What are hammertoes?

Hammertoes are deformities that cause toes to bend and assume a claw-like shape. They usually occur in people whose toes are very long and out of proportion with the rest of the foot, resulting in shoes that don’t fit properly. In addition to ill-fitting shoes, an inherited foot shape can also contribute to hammer ties. Over time, the bent position of the toe causes the ligaments and tendons that support the toe to become stiff and shorten, pulling the toe into its downward position, so it becomes more difficult to correct.

What symptoms can hammer toes cause?

Because hammer toes are bent, they can cause considerable pain when wearing shoes. People who have hammer toes also frequently develop corns on the top of the toes where the bent portion rubs against shoes, causing painful friction that spurs the development of corns.

How are hammer toes treated?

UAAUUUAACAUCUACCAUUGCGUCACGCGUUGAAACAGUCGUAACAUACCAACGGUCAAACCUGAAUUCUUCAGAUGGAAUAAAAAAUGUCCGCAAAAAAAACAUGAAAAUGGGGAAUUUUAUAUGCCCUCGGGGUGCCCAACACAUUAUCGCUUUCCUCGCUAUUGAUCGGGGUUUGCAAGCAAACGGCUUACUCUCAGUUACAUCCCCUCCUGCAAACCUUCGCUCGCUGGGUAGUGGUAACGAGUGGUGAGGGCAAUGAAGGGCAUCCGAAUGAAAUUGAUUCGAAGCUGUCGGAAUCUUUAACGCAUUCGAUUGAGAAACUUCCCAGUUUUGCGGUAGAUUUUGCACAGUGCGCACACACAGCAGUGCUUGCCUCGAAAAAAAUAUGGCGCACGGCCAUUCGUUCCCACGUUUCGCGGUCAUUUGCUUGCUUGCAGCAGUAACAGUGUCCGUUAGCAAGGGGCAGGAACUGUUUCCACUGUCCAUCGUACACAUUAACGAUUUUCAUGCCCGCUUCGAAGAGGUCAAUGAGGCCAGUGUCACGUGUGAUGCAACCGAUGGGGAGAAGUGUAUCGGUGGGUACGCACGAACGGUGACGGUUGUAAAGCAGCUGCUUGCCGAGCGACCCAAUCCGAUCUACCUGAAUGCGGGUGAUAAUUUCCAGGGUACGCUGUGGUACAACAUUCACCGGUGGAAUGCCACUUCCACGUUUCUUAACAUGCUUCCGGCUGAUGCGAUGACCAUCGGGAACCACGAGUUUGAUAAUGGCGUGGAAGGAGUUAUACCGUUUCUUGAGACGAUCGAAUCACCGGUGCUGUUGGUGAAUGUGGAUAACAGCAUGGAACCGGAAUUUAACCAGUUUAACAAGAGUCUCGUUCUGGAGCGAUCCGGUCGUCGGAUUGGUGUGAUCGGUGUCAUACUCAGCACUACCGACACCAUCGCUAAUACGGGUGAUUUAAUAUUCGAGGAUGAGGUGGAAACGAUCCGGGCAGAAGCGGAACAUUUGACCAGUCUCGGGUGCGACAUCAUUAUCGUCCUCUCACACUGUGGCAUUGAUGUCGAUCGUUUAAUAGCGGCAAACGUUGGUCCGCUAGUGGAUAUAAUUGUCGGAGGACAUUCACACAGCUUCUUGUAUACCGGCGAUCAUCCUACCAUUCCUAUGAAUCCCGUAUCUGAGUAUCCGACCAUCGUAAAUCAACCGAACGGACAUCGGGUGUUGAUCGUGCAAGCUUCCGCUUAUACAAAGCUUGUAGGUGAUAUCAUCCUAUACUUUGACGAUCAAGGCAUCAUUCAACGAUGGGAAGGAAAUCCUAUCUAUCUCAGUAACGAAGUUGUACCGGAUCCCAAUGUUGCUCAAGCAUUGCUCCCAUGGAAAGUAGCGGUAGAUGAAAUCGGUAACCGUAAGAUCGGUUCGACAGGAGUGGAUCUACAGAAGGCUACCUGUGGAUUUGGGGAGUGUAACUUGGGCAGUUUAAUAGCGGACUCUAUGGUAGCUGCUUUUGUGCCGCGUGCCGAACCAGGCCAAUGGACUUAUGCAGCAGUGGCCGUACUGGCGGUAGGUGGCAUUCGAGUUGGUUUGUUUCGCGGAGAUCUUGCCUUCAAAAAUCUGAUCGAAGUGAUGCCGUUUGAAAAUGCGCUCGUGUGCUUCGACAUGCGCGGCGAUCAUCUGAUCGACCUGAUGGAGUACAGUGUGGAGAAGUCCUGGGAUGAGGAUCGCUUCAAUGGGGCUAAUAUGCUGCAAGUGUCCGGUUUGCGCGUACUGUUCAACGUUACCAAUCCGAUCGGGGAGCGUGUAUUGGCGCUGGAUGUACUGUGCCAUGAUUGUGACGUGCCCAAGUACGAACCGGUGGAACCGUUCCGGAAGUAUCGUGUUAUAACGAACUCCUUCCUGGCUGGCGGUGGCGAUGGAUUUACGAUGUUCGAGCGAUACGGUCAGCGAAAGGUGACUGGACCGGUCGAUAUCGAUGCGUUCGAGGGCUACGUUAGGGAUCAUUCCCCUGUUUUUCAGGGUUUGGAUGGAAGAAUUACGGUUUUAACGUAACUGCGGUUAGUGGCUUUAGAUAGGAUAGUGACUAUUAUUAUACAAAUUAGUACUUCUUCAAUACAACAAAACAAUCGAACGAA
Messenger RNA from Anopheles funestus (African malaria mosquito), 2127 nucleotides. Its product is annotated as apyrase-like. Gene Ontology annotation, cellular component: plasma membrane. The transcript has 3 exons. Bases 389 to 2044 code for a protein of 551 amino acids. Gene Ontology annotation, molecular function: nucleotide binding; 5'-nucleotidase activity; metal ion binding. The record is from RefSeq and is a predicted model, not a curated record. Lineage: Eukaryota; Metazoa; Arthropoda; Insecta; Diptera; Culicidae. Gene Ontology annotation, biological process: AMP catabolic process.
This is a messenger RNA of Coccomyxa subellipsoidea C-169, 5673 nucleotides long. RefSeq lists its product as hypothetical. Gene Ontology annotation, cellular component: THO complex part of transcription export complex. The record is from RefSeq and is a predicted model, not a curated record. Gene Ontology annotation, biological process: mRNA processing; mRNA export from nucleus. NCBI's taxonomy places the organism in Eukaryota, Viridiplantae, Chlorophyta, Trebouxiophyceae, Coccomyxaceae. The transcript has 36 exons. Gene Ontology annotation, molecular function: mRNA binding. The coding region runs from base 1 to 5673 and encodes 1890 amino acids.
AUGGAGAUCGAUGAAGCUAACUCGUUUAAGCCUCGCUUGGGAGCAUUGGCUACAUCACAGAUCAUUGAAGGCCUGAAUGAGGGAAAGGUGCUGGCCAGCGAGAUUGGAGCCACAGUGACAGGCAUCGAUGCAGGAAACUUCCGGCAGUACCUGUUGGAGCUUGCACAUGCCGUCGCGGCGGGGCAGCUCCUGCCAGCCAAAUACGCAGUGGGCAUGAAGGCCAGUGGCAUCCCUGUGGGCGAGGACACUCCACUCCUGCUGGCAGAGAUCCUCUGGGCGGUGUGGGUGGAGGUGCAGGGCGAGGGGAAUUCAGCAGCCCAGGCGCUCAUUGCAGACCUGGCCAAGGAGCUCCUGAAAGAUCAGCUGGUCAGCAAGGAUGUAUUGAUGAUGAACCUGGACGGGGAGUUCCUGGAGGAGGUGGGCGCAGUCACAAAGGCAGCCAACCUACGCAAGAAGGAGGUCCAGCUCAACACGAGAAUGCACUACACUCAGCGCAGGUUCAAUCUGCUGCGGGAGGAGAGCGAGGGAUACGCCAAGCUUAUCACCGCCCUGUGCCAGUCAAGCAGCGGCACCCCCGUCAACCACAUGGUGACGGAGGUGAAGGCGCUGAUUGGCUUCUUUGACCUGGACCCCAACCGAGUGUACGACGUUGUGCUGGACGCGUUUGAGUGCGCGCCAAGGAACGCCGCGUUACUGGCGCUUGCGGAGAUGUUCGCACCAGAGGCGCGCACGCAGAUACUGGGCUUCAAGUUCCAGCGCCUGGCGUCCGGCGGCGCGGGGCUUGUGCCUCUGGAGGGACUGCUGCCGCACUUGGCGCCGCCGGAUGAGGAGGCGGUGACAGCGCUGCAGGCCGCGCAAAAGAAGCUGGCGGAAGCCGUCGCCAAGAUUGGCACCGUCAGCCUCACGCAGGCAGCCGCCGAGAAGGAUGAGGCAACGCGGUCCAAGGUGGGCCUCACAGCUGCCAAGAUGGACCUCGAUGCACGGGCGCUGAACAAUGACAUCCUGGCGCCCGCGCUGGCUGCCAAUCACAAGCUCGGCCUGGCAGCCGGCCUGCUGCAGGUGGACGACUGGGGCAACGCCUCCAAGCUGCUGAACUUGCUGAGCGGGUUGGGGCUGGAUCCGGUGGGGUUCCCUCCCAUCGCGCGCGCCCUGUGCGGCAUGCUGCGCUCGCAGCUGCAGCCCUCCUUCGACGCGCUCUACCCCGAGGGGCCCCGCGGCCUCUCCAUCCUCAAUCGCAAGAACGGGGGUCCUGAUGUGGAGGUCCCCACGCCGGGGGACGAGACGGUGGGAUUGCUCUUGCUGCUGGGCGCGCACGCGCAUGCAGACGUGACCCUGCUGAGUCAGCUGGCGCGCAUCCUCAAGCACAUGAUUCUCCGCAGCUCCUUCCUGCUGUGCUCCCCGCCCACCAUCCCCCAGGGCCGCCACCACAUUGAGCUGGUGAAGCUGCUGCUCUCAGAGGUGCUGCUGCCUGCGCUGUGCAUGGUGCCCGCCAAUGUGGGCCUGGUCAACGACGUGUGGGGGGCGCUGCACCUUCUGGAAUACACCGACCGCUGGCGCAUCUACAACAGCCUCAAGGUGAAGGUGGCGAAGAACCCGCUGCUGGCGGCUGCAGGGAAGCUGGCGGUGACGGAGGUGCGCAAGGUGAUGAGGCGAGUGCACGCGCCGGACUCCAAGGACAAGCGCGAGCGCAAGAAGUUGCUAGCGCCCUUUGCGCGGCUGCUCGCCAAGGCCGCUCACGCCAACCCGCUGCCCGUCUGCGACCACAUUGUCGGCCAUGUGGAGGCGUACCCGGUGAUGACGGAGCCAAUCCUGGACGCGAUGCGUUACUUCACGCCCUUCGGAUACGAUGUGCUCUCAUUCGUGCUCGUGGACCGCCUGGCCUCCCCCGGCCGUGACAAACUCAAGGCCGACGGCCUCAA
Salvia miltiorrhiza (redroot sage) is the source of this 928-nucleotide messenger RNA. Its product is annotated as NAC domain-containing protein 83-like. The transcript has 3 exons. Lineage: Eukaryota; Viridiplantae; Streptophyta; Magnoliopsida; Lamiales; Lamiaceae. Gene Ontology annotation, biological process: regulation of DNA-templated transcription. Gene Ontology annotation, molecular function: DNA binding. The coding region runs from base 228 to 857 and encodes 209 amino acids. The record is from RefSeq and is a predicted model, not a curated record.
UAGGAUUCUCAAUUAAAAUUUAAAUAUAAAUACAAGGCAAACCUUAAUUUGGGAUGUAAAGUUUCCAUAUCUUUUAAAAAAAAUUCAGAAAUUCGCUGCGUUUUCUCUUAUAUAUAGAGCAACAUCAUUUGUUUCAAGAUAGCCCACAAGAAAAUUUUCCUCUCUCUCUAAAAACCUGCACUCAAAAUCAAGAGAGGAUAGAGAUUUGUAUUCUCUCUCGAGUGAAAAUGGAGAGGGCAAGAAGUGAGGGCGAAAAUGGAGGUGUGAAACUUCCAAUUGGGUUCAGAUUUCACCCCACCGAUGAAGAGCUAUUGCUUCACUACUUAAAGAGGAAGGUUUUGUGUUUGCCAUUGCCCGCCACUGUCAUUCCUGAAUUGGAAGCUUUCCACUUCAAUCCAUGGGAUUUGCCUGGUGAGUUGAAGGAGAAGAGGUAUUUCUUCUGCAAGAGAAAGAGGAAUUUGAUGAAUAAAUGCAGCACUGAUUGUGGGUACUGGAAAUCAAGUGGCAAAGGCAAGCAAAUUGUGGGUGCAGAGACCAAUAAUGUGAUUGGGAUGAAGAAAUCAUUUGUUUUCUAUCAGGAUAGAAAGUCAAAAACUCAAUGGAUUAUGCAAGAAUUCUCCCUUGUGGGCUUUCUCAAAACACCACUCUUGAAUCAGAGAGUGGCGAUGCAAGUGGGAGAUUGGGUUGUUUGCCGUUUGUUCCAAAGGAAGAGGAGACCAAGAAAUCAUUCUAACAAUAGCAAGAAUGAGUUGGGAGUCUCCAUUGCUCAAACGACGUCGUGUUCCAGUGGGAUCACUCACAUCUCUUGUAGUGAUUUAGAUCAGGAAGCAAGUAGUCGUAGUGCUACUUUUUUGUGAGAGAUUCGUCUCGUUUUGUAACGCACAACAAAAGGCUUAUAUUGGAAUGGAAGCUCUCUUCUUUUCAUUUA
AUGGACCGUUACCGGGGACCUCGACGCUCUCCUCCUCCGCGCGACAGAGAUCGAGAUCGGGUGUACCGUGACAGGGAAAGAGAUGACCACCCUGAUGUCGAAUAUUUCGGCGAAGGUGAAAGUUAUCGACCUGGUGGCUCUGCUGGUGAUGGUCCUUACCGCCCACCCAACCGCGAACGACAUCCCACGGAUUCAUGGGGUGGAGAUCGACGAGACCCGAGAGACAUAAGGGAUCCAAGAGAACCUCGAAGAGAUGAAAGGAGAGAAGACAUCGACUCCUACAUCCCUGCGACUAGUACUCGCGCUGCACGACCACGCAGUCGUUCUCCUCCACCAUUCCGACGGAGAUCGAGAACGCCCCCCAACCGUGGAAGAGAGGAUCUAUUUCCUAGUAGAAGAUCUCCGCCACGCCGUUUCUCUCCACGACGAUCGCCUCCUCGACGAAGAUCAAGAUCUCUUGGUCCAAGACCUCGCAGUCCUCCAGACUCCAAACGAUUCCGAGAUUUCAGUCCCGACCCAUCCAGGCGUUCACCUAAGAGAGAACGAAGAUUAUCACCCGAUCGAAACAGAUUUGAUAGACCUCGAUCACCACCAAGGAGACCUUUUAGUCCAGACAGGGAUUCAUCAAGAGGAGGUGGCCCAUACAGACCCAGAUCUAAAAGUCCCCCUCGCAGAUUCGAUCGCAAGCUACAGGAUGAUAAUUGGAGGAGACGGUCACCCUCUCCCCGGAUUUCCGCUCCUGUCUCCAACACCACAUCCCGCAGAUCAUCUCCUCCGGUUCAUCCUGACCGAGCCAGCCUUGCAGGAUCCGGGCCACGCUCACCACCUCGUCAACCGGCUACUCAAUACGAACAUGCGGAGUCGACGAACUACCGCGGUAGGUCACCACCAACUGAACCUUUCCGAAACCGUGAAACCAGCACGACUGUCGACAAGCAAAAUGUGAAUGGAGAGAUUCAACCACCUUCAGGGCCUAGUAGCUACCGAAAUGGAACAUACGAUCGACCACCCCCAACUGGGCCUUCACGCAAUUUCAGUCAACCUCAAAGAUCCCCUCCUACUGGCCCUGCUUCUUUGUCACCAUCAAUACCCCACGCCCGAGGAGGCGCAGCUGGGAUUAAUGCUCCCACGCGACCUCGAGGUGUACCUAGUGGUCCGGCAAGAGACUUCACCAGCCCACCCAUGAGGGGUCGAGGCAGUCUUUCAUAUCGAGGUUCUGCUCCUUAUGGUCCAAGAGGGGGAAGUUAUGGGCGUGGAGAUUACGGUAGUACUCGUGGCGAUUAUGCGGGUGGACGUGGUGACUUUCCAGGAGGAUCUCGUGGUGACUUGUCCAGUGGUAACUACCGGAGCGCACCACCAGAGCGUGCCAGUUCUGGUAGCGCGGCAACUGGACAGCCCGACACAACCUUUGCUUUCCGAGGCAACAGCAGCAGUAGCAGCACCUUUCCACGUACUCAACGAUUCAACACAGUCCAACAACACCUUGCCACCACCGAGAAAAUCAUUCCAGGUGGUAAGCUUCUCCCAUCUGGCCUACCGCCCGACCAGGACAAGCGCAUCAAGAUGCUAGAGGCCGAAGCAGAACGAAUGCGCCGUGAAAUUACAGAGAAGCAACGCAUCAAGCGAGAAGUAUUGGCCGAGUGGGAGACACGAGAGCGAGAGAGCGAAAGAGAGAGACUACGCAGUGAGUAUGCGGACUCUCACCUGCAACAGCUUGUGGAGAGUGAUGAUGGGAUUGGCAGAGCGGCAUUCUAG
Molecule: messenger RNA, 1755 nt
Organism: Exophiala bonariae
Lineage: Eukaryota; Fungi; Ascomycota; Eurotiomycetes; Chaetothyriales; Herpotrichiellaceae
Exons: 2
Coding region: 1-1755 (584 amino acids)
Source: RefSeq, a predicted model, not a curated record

Hammer toes can be addressed nonsurgically with the use of custom orthotics designed to support the toe in a natural position and to address the discrepancy in the ratio between the toe and arch lengths so shoes fit better and toe crowding and bending are avoided. Splints may also be worn at night to help stretch the toe and coax it into a more natural position. Stretching exercises can also help prevent the toe from becoming stiff. Often, though, hammer toes require surgery to completely correct the position of the joint and to resolve painful symptoms. In this surgery, the toe can be shortened, and the ligaments can be repositioned, so the toe maintains its natural shape, and the bend is eliminated. Tiny pins or screws are often used during surgery to help support the new position and shape of the toe. Hammer toe surgery is relatively straightforward, and patients can expect a quick recovery.